Hasty decision on Asian oysters could be disaster
First, President Bush attacks Iraq to cure its problems, without a plan for the long term, and the results have been, predictably, unsuccessful, if not disastrous.
Now, Gov. Robert L. Ehrlich Jr. plans his attack to cure the oyster problem in the Chesapeake Bay by introducing hardy Asian oysters, without sufficient information on the long-term effects of such an introduction on the health of the bay and the people who live near the bay ("Experts fear Asian oyster health impact," Dec. 14).
Clearly, there are plenty of reasons to suspect that the consequences of such biological tampering are fraught with uncertainty - and hence require substantial further study, as recommended by the National Academy of Sciences.
And am I the only one having difficulty remembering examples of the successful import of foreign organisms into new habitats?
Certainly there are plenty of examples of such introductions (intentional as well as unintended) that led to a host of unforeseen problems far worse that those that prompted their introductions in the first place.
Gov. Robert L. Ehrlich Jr.'s haste to introduce a non-native species of oyster to the Chesapeake Bay to restore oyster populations devastated by disease defies science, ecology, history and just plain common sense.
Insisting on a quick decision on the introduction of the Asian oyster, Mr. Ehrlich ignores the calls of scientists who need more time to understand their possible effects.
He also turns a blind eye to the lessons of history and ecology. Time and time again throughout the world, humans have (deliberately or accidentally) introduced non-native plants and animals into foreign lands, only to be dumbfounded by the unanticipated, and often devastating, effects.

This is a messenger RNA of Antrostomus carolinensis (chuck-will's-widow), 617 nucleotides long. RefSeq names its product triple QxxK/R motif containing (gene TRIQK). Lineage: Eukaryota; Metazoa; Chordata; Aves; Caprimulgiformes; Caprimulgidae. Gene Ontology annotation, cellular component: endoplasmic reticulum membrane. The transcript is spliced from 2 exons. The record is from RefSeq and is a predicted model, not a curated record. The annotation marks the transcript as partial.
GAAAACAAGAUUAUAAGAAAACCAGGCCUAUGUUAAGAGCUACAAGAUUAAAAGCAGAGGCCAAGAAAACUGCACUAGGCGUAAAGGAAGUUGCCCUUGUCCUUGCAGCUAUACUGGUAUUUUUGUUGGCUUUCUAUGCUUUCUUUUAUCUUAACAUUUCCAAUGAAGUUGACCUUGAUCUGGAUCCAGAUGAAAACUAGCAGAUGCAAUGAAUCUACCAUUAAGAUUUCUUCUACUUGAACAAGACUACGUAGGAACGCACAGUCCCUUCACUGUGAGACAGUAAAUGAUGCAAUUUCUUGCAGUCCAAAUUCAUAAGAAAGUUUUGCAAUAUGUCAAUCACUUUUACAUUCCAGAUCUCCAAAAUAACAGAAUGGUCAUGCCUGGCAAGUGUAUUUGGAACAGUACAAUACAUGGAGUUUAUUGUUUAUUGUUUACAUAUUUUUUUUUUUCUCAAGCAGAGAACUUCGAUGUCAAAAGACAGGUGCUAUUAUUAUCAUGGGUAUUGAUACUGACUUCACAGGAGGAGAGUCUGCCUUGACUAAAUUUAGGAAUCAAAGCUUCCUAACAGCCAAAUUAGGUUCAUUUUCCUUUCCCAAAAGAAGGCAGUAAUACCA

If Mr. Ehrlich's plan is implemented, our bay could become the next example of the devastating consequences of hastily introduced non-native species.
Instead of introducing more problems into our ailing bay, let's concentrate on addressing the problems it already has.
If we could succeed in restoring some of the bay's basic qualities, such as its chemical and nutrient balance, it might become a healthy habitat again, and all its plants and animals, including its oysters, might thrive once more.
Let the lobbyists wait their turn
Some of the comments made by lobbyists about losing their "right" to skip the lines at the State House make me sick ("Lobbyists losing their easy access to state office," Dec. 16).
Where do they get the audacity to think that just because they are paid to represent taxpayers they are more important than taxpayers themselves?
We have, for instance, Bruce C. Bereano, who says, "It's grossly unfair to discriminate against private lobbyists. Our actions on behalf of private citizens is part of the democratic process. Why should we be singled out?"
But even Mr. Bereano can't spin this story to get sympathy. How is making him wait with every other taxpayer singling him out?
The current system is the one that is discriminatory.
Currently, if you pay a lobbyist to be represented, you get better access.